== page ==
Having said that, some studies and some authorities do suggest that it’s safe to take up to 400mcg of selenium daily and that you really don’t start to see the signs of toxicity until you exceed 500 to 600mcg per day.
Even though these higher doses may be safe for MOST people, it’s always better to get away with less if possible because most people don’t account for the amount of selenium that they consume in their diet.
This is especially true for people who consume brazil nuts on a frequent basis.
Brazil nuts are notoriously high in selenium and eating just a few can push you over the edge if you are already taking a higher dose of selenium.
You’ll know if you take too much selenium because you may start to experience symptoms such as fatigue, low T3 levels, hair loss, nausea, brittle nails, and/or gut symptoms such as an upset stomach.
Reducing your dose of selenium should help quickly to reverse these symptoms.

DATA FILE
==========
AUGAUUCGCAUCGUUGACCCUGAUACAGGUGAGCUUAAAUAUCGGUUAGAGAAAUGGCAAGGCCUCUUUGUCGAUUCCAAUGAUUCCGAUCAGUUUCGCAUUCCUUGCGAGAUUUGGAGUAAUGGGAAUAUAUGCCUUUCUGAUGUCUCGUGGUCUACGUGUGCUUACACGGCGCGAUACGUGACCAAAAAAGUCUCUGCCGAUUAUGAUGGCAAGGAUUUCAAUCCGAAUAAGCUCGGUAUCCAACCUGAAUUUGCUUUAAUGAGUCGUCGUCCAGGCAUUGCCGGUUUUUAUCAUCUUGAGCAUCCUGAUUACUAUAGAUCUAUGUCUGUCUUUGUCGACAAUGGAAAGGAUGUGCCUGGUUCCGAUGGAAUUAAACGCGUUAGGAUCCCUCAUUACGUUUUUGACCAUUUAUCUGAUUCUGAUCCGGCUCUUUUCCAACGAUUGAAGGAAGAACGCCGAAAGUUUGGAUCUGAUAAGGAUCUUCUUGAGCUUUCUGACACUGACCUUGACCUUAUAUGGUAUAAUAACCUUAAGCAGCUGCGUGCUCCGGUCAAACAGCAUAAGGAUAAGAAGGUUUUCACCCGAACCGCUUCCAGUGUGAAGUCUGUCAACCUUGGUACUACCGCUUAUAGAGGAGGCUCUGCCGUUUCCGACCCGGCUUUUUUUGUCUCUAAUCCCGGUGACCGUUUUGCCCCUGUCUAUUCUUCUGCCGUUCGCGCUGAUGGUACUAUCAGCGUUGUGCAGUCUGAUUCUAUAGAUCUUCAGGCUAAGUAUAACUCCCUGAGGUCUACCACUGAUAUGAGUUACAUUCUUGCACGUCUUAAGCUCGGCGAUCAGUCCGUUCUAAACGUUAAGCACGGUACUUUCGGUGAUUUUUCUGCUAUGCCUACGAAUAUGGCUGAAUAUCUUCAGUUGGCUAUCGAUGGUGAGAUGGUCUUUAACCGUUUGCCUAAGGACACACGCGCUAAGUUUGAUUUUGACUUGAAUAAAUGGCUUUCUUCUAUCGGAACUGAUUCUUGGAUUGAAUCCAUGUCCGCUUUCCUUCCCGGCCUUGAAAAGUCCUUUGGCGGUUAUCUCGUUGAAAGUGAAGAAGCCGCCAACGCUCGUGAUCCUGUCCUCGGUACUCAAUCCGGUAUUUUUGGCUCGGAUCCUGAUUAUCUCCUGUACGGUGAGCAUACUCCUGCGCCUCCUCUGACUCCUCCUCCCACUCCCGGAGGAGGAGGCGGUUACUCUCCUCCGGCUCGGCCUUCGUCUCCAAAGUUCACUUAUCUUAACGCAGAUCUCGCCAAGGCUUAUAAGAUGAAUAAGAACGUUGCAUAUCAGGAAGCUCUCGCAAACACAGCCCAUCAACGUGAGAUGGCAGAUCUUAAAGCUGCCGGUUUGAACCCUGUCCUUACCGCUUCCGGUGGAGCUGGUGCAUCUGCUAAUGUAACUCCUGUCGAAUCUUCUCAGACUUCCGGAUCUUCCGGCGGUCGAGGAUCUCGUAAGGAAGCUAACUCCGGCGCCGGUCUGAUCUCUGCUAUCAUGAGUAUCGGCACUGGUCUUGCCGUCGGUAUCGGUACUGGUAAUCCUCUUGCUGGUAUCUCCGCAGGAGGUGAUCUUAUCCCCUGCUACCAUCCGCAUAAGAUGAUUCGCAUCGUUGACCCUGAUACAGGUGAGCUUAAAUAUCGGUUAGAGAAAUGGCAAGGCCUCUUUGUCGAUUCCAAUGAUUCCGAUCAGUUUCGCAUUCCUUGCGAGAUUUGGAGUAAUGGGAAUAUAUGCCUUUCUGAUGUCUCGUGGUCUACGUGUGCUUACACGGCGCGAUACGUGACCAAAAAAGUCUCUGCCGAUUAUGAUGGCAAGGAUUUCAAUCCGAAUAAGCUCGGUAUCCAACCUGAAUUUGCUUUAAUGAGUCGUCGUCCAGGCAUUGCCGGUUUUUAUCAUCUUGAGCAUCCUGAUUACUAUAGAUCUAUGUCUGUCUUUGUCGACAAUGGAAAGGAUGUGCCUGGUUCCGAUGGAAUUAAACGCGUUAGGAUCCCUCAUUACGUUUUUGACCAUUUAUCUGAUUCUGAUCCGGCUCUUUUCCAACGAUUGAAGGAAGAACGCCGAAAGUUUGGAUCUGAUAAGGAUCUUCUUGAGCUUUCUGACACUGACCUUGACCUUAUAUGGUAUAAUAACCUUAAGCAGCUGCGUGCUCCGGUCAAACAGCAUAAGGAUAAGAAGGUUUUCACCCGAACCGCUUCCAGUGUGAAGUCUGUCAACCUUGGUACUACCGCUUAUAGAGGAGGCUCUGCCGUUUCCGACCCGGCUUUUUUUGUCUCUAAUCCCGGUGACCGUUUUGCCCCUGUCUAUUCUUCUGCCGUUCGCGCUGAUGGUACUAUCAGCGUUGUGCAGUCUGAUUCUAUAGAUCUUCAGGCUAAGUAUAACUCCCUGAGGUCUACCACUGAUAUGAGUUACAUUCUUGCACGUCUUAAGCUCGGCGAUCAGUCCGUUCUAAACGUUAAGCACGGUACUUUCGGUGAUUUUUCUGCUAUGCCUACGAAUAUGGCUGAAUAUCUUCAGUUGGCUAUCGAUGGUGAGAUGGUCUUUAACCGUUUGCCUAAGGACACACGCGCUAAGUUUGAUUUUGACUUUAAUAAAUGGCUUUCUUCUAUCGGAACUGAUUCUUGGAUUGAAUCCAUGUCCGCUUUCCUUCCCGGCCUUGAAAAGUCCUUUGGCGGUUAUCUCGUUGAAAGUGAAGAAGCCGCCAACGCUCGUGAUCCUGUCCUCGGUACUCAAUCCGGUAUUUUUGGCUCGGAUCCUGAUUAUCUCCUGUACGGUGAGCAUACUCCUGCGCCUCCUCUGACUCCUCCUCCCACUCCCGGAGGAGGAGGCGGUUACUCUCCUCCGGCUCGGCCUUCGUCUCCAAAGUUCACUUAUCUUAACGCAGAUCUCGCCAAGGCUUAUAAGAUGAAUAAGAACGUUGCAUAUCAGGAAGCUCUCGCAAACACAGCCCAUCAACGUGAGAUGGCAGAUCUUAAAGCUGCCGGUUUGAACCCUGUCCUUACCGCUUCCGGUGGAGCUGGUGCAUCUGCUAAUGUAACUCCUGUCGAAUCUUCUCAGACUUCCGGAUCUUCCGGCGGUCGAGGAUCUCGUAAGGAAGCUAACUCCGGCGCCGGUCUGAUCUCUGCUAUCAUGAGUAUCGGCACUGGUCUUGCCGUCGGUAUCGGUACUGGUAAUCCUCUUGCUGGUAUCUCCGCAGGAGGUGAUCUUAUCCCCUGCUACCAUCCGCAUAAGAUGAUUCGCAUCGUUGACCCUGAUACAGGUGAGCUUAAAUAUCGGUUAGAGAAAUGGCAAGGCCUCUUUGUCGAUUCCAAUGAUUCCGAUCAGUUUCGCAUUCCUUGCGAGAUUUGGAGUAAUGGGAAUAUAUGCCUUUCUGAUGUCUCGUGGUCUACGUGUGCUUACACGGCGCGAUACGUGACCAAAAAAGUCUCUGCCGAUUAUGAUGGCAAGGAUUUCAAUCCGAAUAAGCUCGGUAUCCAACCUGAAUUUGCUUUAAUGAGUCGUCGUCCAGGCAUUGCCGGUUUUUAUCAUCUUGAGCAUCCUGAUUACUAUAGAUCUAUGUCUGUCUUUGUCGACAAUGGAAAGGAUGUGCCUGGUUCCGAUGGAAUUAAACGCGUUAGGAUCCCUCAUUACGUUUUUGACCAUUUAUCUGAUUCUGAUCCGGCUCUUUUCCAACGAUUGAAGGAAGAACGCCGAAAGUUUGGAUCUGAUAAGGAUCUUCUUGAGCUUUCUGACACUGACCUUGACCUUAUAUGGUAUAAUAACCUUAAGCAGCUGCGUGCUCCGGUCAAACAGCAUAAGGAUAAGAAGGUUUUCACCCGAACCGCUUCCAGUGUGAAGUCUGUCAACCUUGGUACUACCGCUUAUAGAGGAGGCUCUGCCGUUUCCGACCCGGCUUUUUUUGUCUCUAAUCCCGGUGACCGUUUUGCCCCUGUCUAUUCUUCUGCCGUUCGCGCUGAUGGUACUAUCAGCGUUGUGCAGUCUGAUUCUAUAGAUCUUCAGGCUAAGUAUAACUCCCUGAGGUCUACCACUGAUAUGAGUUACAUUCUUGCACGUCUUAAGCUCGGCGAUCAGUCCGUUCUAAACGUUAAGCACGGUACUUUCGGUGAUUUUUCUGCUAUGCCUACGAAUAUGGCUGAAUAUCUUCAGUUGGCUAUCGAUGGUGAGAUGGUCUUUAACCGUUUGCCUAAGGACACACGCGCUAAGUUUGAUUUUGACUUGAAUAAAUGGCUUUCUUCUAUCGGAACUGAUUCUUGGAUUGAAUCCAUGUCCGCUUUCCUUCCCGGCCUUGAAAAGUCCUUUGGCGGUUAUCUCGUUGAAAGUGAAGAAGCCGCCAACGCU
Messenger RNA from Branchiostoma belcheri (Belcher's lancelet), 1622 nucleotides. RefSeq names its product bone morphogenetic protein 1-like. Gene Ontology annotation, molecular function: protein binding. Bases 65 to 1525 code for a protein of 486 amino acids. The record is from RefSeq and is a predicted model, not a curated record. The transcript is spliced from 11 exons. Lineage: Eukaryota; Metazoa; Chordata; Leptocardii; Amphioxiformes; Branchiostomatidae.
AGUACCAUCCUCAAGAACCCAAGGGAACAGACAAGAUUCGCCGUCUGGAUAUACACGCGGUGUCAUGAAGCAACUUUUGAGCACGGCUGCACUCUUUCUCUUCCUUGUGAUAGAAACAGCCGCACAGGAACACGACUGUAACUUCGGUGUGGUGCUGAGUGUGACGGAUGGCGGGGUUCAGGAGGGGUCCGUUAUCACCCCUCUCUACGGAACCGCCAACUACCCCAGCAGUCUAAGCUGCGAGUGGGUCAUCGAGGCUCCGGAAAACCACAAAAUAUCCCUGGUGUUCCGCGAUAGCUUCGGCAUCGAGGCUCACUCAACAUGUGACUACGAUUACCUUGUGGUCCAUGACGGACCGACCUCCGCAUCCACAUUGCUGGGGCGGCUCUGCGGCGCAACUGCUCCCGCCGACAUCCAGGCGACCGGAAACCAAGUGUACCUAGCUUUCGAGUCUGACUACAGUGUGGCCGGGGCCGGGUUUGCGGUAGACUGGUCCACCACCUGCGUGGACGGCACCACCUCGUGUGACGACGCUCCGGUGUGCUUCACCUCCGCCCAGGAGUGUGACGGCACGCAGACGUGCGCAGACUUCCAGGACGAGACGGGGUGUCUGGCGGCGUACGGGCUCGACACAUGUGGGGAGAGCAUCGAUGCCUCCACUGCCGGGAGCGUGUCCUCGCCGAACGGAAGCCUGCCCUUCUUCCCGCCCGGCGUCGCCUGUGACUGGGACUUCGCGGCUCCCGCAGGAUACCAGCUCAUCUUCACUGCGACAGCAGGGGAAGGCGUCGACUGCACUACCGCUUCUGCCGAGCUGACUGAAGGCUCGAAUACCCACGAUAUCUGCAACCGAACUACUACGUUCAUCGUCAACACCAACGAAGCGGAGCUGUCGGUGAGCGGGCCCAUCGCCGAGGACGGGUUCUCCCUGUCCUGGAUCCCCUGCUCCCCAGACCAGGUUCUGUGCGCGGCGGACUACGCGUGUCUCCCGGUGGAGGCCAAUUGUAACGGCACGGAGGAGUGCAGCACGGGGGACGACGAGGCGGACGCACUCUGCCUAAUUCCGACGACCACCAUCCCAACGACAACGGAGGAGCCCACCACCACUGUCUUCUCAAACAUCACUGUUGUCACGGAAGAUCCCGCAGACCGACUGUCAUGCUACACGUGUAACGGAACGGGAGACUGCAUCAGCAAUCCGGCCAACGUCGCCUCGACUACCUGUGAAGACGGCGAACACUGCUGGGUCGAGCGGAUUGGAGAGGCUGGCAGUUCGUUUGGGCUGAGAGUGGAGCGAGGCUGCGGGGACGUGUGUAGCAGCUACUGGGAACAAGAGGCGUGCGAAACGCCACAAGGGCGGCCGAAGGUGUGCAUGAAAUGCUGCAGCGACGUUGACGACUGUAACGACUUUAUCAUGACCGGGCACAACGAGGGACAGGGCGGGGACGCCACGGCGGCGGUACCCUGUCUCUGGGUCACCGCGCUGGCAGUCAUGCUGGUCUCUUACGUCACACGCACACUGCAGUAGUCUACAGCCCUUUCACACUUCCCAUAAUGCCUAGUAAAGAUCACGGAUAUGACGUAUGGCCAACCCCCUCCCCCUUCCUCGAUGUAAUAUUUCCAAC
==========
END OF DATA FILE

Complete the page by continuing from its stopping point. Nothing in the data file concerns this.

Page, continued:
Wrapping it Up
Selenium plays a very important role in regulating several different aspects of thyroid function.
Selenium deficiency, which is quite common among thyroid patients, can lead to problems including thyroid gland inflammation, an increased risk of developing thyroid autoimmunity, and changes to your free thyroid hormone levels.
The good news is that supplementing is relatively cheap, safe, and effective.
If you have thyroid disease of any type, but especially those with Hashimoto’s, then considering supplementing with selenium is a great idea.
My recommended dose of selenium is between 75 and 150mcg of selenium in the selenomethionine form taken each and every day.
This dose provides the most benefit with the least amount of risk.
If you are going to supplement with selenium then I would recommend using a supplement such as this one which contains selenium in addition to other ingredients that help support thyroid conversion and function.
Now I want to hear from you:
Do you think that your selenium level is optimal?
Are you currently taking selenium?
If so, did you notice any benefits from taking selenium?
If not, are you thinking about adding selenium to your routine?
Leave your questions or comments below!